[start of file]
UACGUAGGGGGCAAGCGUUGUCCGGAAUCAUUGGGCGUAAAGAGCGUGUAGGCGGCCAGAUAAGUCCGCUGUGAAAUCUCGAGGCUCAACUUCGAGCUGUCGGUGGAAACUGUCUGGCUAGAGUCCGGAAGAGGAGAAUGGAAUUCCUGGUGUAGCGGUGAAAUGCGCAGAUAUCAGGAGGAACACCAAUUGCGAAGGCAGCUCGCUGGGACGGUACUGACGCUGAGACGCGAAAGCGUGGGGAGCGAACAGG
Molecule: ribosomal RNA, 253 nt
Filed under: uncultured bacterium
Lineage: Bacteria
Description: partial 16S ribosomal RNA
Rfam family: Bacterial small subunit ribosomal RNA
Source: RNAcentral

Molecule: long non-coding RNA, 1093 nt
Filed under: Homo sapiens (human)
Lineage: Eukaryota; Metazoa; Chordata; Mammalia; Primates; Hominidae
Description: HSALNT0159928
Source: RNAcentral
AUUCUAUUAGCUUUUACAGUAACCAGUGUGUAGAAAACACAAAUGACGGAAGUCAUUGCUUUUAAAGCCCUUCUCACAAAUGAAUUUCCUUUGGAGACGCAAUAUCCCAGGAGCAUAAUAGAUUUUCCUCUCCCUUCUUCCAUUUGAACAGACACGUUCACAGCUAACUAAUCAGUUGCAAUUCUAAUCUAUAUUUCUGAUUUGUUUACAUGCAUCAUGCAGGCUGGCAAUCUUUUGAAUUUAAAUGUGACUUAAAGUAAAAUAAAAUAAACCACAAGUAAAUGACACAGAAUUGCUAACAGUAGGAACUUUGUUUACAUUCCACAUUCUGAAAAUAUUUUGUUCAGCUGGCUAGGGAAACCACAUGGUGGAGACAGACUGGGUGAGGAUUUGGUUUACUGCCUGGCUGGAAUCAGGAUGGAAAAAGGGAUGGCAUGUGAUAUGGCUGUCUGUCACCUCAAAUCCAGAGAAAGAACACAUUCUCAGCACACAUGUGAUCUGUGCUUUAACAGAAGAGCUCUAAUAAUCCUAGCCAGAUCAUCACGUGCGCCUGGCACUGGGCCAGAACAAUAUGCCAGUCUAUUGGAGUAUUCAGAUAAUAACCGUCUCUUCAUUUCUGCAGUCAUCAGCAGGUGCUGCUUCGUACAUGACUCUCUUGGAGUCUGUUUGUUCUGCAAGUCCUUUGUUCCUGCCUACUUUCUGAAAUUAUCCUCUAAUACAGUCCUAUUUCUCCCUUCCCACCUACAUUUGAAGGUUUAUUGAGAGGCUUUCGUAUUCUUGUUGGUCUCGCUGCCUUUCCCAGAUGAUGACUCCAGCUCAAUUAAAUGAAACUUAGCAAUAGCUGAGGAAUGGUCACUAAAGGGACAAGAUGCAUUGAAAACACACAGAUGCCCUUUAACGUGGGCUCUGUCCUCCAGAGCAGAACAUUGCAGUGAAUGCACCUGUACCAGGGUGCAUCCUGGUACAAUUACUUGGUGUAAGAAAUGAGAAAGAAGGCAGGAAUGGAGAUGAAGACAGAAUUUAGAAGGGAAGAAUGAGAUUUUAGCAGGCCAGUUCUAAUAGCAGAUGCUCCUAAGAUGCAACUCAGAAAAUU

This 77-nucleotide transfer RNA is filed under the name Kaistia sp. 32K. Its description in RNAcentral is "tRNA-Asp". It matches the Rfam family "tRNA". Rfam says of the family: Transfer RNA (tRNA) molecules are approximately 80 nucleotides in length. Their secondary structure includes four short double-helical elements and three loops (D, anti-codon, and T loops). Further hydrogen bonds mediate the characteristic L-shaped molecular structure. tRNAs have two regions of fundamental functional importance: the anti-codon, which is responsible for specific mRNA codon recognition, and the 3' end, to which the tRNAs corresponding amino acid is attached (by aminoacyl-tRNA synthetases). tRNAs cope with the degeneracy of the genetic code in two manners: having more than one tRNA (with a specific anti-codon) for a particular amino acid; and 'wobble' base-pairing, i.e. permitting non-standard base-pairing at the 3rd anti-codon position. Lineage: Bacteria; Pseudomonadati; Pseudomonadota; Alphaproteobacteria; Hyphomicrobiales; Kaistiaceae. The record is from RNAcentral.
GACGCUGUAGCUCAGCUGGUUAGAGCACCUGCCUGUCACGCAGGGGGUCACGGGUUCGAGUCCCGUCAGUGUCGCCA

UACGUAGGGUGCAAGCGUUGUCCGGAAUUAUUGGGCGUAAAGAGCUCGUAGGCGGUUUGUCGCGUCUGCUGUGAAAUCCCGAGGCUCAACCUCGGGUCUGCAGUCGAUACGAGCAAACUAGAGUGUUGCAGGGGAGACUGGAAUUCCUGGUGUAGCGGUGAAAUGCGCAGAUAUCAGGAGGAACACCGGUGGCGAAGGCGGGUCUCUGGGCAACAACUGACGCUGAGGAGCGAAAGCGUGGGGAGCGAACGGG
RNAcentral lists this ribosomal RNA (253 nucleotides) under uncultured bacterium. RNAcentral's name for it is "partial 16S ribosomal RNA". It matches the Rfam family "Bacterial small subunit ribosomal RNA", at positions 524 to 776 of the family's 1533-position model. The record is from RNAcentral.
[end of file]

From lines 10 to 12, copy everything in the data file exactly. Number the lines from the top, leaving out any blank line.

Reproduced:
Lineage: Eukaryota; Metazoa; Chordata; Mammalia; Primates; Hominidae
Description: HSALNT0159928
Source: RNAcentral